the shelves of record stores is a little like counting the rings
of a tree, or strolling through a mausoleum, viewing the countless
fallen artists and bands, dead due to anything from a rock 'n
roll lifestyle to a change in musical fads. Those artists who
had the ingenuity and perseverance to survive whatever "movement"
first brought them attention have borne fruit, adding ring after
ring in their tree trunk. Those that died young are forever embalmed,
R.I.P. The Fixx, happily, are still adding rings to their already
The Fixx, originally based in London, were first introduced to
a mass audience in 1982, with their debut album, Shuttered Room.
A collection of their best work to that point, it stood in stark
contrast to most of the other New Wave albums of the time, with
its tight musicianship and dark political overtones. Though the
band held to some tenets of the New Wave, such as short songs
devoid of solos and no fear of synthesizers and cavernous soundscapes,
their cohesiveness as a rock band was made credible by their live
performances. Despite the album not receiving a full marketing
push in the U.S., the videos for "Stand or Fall" and
"Red Skies" were played heavily by MTV (then in its
infancy) and became anthems for yet another generation fed up
with the cold war. Later in the year The Fixx performed on Long
Island for the King Biscuit Flower Hour. The concert, recently
made available on cd, served as a showcase for their special brand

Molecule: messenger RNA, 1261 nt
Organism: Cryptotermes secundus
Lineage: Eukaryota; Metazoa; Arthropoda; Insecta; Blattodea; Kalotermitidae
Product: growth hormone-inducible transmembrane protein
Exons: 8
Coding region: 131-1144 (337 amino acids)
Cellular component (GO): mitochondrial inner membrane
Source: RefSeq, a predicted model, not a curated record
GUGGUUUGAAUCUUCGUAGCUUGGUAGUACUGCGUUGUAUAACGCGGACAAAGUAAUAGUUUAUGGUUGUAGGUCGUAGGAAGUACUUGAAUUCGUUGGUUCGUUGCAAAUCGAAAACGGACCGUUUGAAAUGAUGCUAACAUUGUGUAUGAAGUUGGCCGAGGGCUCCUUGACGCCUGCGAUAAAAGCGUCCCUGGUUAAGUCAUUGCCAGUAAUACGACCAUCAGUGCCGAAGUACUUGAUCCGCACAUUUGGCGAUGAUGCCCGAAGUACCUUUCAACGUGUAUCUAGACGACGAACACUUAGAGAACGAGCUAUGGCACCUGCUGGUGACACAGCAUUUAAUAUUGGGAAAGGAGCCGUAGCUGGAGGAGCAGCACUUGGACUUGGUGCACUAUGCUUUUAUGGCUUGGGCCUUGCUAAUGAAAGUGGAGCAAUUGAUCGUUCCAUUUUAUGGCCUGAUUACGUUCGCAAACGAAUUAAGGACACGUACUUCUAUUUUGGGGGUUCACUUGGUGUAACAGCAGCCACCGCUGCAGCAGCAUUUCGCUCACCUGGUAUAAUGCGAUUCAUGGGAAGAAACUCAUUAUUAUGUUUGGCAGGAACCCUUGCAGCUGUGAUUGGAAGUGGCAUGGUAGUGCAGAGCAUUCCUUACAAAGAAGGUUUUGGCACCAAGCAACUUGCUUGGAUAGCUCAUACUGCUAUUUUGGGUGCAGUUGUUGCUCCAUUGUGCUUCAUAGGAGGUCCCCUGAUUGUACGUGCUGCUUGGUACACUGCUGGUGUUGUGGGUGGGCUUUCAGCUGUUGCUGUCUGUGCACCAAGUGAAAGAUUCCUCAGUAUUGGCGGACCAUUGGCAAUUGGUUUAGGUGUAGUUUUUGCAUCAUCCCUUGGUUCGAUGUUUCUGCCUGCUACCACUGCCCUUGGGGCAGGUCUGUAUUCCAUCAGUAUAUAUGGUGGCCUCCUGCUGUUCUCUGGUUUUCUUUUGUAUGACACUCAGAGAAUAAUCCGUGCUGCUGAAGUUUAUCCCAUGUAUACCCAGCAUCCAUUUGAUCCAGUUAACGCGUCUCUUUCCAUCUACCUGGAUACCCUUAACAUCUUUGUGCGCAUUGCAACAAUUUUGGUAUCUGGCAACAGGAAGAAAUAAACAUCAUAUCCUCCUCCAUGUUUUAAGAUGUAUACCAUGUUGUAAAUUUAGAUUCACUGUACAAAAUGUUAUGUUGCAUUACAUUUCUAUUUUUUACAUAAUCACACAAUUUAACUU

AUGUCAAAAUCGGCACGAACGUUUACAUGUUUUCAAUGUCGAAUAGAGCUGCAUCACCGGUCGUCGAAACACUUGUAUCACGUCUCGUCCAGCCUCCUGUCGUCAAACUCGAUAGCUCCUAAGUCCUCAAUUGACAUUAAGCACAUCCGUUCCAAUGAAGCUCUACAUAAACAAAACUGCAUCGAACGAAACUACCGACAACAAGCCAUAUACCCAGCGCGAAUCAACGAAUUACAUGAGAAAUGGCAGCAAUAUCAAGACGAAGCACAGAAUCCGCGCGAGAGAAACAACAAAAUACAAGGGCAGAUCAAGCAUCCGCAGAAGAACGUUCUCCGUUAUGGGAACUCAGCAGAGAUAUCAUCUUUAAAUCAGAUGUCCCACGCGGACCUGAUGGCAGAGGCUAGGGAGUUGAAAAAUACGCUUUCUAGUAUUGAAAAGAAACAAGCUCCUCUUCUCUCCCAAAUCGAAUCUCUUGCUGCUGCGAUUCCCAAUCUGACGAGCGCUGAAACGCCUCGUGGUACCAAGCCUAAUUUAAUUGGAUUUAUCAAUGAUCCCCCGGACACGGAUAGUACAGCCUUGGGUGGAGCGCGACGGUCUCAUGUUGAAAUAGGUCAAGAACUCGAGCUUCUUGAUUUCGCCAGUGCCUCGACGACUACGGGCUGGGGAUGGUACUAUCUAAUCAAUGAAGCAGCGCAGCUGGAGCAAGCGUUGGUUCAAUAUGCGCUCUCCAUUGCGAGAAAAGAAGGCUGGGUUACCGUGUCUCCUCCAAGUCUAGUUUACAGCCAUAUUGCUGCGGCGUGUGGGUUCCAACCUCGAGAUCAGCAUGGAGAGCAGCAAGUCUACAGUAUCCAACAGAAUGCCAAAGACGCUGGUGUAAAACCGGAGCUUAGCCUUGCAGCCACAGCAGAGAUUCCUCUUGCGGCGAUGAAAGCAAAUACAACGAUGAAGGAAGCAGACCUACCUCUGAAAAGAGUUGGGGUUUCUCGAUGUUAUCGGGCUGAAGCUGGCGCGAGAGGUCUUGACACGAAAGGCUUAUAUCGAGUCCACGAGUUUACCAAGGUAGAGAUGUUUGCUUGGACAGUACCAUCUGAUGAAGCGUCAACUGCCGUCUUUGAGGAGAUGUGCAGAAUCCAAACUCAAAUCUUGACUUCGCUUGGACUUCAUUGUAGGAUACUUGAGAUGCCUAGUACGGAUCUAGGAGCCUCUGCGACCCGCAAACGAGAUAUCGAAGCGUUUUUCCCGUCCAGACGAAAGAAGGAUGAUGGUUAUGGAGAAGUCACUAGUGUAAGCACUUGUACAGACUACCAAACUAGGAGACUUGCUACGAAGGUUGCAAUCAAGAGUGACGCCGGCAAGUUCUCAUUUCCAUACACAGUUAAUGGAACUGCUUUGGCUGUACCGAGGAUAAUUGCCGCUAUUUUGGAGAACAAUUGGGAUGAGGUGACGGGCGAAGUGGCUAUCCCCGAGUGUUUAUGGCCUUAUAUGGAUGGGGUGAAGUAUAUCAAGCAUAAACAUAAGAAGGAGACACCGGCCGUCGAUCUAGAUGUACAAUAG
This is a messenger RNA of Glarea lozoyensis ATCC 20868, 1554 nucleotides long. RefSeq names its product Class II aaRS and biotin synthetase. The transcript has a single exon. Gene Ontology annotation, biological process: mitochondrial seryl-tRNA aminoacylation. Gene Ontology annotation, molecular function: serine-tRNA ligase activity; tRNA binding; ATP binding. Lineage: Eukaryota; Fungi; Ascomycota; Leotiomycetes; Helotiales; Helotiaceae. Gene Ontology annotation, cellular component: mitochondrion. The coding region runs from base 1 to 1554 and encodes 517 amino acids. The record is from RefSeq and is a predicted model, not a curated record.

of dynamic minimalism.
long after, in 1983, Reach the Beach was released and immediately
took off in the U.S., led by its catchy single, "One Thing
Leads to Another," and later "Saved by Zero." No
sophomore slump, the album was a logical growth from their first
effort, showcasing singer Cy Curnin's unorthodox vocals and Jamie
West-Oram's rhythm-driven guitar against the tight rhythm section
of Adam Woods (drums) and Alfie Agius (bass; would later be replaced
by Dan K. Brown,) all complemented by the synthesizer stylings
of Rupert Greenall. The album cemented their style, taking the
tired art-rock credo of dark theatrical soundscapes and filtering
it through their own unique sensibilities. Generous airplay and
a full U.S. tour garnered the band a large following.
was released in 1984, and still seems to be the favorite of the
band and many of its fans. Packed with twelve songs from sessions
that also spawned several fan favorite out-takes and the single
"Deeper and Deeper" from the Streets of Fire soundtrack,
this album found the band in an especially productive mode, carrying
them across a wider range of styles than on their previous albums.
Still undeniably Fixx, the songs on this album seem a little less
angry, more tempered with maturity and diverse in its style. Melody
takes more prominence on this record, and several songs, particularly
"I Will" and "Wish," are downright soulful.
"Are We Ourselves" and "Sunshine in the Shade"
were released as singles, and while the album's sales were by